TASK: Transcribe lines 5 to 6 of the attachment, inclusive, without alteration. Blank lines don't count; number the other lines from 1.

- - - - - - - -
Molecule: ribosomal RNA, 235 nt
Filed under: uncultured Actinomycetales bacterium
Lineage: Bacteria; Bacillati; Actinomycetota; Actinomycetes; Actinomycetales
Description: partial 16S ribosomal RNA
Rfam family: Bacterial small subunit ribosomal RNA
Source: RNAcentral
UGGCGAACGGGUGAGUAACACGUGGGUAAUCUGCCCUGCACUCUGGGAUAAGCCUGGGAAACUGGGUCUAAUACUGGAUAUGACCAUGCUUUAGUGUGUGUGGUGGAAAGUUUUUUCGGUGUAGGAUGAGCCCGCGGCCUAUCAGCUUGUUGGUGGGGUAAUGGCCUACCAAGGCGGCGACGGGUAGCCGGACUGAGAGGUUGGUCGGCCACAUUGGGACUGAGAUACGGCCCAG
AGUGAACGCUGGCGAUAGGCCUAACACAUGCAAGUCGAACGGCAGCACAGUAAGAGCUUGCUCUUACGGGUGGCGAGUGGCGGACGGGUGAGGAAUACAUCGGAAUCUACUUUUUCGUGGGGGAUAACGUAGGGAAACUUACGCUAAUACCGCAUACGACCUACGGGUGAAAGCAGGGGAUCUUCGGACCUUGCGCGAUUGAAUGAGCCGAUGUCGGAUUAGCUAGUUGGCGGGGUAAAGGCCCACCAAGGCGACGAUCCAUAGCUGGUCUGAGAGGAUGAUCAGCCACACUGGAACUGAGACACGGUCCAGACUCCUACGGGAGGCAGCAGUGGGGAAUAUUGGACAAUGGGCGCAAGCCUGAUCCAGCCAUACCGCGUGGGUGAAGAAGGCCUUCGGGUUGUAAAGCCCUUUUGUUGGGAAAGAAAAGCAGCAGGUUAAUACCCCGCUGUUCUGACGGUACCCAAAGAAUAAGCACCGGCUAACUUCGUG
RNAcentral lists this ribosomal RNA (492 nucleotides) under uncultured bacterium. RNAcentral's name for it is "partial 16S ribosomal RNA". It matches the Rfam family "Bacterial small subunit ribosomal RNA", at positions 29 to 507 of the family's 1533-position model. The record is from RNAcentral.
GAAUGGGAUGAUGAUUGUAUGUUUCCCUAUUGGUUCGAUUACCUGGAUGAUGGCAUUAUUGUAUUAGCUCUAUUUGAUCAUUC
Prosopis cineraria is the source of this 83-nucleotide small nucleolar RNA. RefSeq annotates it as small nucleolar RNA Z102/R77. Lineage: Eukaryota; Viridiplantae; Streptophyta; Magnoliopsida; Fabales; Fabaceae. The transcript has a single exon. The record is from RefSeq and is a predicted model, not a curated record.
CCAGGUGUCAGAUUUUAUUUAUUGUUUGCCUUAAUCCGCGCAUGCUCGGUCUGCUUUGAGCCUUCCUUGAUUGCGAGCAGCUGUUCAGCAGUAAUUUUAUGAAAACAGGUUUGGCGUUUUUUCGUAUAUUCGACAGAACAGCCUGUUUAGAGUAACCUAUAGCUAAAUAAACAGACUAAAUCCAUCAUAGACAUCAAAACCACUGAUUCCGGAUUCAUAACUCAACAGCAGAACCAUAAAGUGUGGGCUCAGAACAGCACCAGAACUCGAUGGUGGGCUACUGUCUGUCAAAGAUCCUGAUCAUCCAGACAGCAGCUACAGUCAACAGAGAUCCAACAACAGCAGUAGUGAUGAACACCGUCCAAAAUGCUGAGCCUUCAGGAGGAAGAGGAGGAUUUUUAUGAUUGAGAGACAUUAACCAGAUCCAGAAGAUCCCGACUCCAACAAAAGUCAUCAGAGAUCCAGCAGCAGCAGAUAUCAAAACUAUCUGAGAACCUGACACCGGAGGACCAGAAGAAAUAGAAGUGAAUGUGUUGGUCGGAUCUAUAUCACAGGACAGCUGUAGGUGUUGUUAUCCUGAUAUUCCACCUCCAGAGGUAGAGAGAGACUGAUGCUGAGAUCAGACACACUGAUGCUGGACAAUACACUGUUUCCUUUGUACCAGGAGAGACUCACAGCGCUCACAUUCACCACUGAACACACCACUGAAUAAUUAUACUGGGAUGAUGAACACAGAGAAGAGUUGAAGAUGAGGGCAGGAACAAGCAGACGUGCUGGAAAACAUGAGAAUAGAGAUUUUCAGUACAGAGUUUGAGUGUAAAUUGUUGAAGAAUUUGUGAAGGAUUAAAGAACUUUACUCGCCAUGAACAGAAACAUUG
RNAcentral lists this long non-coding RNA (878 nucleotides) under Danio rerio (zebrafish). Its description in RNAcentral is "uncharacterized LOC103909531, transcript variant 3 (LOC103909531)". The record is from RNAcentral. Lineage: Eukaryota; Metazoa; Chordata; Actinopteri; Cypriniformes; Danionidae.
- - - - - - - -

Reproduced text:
Rfam family: Bacterial small subunit ribosomal RNA
Source: RNAcentral